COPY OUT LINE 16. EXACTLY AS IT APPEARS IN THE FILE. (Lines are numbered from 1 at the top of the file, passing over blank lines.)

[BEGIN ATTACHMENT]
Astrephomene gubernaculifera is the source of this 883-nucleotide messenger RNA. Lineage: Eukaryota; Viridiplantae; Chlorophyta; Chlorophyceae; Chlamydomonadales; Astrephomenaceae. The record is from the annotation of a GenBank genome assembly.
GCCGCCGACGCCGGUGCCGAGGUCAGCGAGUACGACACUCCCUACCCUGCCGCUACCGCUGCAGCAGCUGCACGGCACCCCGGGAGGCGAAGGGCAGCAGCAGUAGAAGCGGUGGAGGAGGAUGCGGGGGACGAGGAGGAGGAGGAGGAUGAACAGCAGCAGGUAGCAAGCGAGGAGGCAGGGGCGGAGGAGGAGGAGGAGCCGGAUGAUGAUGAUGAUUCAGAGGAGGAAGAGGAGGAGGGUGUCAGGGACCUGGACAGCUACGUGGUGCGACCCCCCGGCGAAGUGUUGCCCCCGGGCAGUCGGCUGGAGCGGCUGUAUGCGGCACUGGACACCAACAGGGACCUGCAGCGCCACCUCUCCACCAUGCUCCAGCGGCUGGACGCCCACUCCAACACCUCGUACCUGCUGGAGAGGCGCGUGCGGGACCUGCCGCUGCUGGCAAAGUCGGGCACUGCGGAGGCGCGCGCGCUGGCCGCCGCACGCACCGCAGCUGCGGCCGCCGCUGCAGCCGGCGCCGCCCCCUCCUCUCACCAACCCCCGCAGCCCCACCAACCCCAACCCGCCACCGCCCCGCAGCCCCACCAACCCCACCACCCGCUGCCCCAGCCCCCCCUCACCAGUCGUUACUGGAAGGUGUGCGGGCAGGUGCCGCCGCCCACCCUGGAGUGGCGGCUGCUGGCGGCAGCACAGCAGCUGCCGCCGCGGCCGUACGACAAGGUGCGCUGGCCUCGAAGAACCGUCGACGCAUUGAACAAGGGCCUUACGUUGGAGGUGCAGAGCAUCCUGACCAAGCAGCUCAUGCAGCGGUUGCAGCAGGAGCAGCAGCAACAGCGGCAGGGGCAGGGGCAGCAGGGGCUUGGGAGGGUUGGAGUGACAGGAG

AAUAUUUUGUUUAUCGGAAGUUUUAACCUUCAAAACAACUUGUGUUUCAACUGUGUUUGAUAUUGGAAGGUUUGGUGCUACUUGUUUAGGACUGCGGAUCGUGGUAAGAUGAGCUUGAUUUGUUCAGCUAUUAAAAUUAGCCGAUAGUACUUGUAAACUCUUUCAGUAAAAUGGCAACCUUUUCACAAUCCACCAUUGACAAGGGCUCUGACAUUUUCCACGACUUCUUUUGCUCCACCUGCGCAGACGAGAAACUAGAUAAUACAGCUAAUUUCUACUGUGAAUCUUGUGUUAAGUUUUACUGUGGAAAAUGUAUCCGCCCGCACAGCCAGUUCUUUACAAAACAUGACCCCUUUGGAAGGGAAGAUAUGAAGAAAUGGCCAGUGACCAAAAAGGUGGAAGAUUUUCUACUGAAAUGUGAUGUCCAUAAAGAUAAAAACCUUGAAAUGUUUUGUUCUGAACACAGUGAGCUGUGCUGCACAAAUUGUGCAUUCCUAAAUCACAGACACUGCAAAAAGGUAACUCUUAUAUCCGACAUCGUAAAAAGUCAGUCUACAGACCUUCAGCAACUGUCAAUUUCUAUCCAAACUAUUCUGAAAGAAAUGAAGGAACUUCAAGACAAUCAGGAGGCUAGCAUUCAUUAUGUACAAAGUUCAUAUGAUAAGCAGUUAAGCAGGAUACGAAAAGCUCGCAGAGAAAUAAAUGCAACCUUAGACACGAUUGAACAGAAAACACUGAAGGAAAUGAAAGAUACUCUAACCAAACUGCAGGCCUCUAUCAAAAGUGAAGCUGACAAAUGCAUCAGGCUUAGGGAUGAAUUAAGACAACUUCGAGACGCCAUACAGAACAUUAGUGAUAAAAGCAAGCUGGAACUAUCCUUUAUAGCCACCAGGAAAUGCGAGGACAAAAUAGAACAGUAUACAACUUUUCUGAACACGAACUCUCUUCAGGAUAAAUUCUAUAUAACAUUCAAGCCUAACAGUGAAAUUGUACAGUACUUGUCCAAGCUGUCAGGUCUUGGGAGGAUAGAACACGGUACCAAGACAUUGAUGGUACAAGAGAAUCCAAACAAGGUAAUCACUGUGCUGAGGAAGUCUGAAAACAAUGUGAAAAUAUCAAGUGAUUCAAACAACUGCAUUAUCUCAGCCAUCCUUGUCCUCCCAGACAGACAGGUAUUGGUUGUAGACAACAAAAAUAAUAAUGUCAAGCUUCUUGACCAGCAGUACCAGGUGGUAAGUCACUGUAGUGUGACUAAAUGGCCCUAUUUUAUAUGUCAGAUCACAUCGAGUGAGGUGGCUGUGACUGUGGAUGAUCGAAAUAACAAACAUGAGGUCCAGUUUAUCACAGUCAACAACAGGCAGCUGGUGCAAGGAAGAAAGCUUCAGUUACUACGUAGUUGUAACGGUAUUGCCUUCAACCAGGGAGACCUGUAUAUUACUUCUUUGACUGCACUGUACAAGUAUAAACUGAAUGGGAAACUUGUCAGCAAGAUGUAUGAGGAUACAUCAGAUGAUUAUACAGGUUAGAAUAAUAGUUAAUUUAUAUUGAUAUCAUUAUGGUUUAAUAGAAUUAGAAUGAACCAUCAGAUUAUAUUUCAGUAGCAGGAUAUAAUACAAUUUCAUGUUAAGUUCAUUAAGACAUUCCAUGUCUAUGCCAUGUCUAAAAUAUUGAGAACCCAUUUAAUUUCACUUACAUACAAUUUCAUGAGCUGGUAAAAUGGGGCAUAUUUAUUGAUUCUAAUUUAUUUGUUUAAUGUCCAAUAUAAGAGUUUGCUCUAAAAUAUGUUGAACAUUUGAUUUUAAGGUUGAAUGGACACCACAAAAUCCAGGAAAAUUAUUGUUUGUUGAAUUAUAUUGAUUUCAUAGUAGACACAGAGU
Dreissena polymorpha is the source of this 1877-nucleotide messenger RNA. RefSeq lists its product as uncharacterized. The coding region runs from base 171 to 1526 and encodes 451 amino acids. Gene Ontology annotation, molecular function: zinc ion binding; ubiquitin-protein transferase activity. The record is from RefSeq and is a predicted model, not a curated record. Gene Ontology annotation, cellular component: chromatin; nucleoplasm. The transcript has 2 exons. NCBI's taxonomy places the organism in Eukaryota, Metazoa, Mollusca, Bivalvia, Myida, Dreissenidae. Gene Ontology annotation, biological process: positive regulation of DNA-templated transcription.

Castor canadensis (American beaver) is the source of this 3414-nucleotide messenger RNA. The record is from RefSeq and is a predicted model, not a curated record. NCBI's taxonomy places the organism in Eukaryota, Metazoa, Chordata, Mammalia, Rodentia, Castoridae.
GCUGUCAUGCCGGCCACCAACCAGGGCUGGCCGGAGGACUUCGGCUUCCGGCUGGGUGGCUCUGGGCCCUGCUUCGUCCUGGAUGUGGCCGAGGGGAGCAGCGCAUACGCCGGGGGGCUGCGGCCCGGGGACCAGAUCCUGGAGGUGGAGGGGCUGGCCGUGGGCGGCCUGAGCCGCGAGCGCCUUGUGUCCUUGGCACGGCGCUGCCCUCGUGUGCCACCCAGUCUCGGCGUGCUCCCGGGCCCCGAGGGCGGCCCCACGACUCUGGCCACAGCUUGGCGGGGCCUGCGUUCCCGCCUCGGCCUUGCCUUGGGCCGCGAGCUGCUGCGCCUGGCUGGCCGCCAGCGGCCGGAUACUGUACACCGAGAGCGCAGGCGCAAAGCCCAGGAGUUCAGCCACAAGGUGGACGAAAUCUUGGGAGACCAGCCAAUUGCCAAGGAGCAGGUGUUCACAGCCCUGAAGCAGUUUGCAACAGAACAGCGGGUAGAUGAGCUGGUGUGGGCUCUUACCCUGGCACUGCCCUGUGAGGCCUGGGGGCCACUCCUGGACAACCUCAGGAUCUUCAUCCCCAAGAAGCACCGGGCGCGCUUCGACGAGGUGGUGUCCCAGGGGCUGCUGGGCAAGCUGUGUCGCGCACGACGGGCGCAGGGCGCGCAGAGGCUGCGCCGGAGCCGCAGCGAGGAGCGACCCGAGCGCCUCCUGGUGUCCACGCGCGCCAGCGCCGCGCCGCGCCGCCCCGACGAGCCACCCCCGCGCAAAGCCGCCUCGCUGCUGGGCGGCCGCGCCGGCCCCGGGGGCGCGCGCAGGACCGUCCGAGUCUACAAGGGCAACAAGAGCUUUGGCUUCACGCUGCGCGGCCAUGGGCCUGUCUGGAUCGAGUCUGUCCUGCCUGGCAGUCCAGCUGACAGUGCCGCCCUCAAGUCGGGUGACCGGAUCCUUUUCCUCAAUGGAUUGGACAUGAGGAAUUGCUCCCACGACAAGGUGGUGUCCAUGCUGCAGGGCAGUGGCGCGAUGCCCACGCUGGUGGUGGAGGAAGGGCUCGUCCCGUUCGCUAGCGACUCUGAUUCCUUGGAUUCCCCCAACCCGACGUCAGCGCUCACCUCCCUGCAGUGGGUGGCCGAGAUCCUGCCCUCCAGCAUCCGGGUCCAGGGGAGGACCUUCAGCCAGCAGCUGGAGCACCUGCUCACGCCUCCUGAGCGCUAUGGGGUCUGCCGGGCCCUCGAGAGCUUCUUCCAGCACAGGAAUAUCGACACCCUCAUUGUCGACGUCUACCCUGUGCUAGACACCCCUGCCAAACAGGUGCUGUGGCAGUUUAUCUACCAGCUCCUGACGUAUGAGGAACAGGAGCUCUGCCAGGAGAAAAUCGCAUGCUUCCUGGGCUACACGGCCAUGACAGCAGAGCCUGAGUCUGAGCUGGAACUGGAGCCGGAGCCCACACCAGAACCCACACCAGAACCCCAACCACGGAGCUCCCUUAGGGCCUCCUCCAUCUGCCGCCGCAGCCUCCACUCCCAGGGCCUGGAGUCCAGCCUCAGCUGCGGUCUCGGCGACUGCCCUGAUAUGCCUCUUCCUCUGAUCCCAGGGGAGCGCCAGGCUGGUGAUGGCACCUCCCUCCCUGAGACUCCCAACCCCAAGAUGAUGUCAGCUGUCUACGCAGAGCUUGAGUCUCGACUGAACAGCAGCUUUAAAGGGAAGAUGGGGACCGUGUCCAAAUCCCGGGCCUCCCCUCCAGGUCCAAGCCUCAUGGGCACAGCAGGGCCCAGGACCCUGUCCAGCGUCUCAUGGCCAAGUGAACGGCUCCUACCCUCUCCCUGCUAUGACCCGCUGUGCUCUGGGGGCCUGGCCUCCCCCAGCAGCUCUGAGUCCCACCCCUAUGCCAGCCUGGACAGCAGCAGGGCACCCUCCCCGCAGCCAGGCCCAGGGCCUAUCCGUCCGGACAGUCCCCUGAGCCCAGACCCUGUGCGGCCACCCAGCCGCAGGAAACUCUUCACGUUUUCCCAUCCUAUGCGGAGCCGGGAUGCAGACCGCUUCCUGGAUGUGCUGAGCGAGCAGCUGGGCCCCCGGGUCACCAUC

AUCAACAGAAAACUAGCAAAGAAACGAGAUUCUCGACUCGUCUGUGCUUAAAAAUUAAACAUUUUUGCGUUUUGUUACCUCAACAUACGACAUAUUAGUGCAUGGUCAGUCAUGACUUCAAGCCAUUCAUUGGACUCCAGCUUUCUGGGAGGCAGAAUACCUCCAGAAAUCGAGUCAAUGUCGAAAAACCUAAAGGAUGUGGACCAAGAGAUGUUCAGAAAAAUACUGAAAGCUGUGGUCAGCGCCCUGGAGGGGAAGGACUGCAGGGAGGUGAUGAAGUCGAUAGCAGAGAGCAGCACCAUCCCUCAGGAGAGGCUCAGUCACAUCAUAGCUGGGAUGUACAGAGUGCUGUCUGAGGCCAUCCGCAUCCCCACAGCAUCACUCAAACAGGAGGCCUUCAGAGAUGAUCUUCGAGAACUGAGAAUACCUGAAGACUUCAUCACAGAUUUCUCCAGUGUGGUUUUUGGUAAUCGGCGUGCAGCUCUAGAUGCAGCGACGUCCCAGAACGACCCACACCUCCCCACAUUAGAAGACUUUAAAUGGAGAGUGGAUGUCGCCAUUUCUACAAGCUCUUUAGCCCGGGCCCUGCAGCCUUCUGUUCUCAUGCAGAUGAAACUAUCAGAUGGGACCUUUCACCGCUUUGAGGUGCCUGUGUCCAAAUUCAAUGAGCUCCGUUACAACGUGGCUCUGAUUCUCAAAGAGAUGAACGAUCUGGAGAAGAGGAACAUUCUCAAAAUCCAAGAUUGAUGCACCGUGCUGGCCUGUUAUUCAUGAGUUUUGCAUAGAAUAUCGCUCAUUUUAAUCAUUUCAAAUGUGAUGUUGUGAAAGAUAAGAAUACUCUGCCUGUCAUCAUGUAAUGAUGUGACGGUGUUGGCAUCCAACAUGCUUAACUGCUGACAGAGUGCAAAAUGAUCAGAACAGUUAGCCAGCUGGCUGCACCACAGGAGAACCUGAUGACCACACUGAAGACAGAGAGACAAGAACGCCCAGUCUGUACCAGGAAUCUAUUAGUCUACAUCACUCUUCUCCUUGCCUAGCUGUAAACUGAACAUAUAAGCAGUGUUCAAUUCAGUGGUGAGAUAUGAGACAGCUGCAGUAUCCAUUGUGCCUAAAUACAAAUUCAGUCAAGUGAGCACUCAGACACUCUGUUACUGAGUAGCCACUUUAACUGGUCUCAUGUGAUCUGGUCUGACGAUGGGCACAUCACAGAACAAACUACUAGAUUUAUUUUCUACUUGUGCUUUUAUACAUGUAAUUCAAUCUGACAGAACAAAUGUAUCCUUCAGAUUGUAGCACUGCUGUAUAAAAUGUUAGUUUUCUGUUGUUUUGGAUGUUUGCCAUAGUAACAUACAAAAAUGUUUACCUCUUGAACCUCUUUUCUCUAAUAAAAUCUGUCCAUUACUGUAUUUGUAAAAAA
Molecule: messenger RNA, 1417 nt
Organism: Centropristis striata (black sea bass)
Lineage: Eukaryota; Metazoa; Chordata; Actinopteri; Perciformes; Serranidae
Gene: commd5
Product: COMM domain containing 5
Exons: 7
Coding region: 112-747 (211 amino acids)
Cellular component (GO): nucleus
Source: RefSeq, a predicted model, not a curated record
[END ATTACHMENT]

Source: RefSeq, a predicted model, not a curated record